Mizbering reported:

オレゴン州ポートランド市のチャーリー・ヘールズ市長が来日に合わせて、国土交通省を表敬訪問。ミズベリング・プロジェクトを推進している局と意見交換を行いました。ポートランド市は、いまや全米で環境都市No.1と評価される街。しかし、かつて川は汚れ、街は荒廃していましたが、市民参加でクリエイティビティ豊かなコンパクトシティを目指し、持続可能都市や水辺の再開発を実現してきたとか。あのNIKEやアウトドアメーカーのコロンビアの本社もあって、自然とスポーツが融合しています。いま、いろんな雑誌でも注目を浴びているポートランド。ミズベリング・プロジェクトも、ポートランドの水辺のある街づくり、コミュニティづくりに学ぶことが多いです!

The translation:

“Portland, Oregon, Mayor Charlie Hales met with Japan’s Ministry of Land, Infrastructure and Transport in Tokyo. We exchanged opinions and promoted the Mizbering project. The city of Portland is now ranked as the No. 1 environmental city in the United States. However, the city’s once dirty river devastated the city. But citizens participated in creative solutions, and have achieved a sustainable city and waterfront redevelopment. Columbia Sportswear, Nike and other outdoor manufacturers are headquartered there, and naturally combines the sport outfitting with the city’s active culture. Portland is now in the spotlight in various magazines. Mizbering project also examines Portland as a waterfront city that offers many things to learn from!”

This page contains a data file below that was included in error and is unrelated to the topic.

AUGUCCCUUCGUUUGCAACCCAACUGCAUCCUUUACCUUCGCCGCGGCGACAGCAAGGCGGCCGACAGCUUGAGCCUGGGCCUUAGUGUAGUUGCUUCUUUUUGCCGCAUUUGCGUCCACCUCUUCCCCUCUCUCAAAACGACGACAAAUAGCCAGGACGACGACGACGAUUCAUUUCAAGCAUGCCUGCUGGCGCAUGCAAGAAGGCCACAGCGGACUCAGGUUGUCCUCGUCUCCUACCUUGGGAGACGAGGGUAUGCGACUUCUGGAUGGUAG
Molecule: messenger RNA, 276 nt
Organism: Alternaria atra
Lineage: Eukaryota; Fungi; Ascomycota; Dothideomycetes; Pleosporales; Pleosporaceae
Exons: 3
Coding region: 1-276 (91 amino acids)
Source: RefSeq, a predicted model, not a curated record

Japan Trip 2014: Art Exchange

Japan Trip: Art is Focus of Day 1

 

FRIDAY, SEPT. 5, 2014 -- This year marks the 55th anniversary of Portland’s longest-running sister city relationship, that of Sapporo, Japan.

Mayors Hales and Ueda

Mayor Charlie Hales is leading a delegation there, followed by a visit to Tokyo. To celebrate the 55th anniversary, the delegation is experiencing a number of arts- and culture-related sites in Sapporo, from an art festival to a Sapporo Symphony Orchestra rehearsal.

Hales and Mayor Ueda of Sapporo signed an agreement to form an arts exchange between the sister cities. The Potland delegation also met with the Hokkaido Shimbun Newspaper--a 127-year-old daily paper with a circulation of nearly 1.5 million--and toured Portland Square at Horoshira Bridge. They visited the Sapporo International Art Festival and took part in the 55th anniversary ceremony of the Portland Pavilion in Sapporo Art Park.

Salmon River sculpture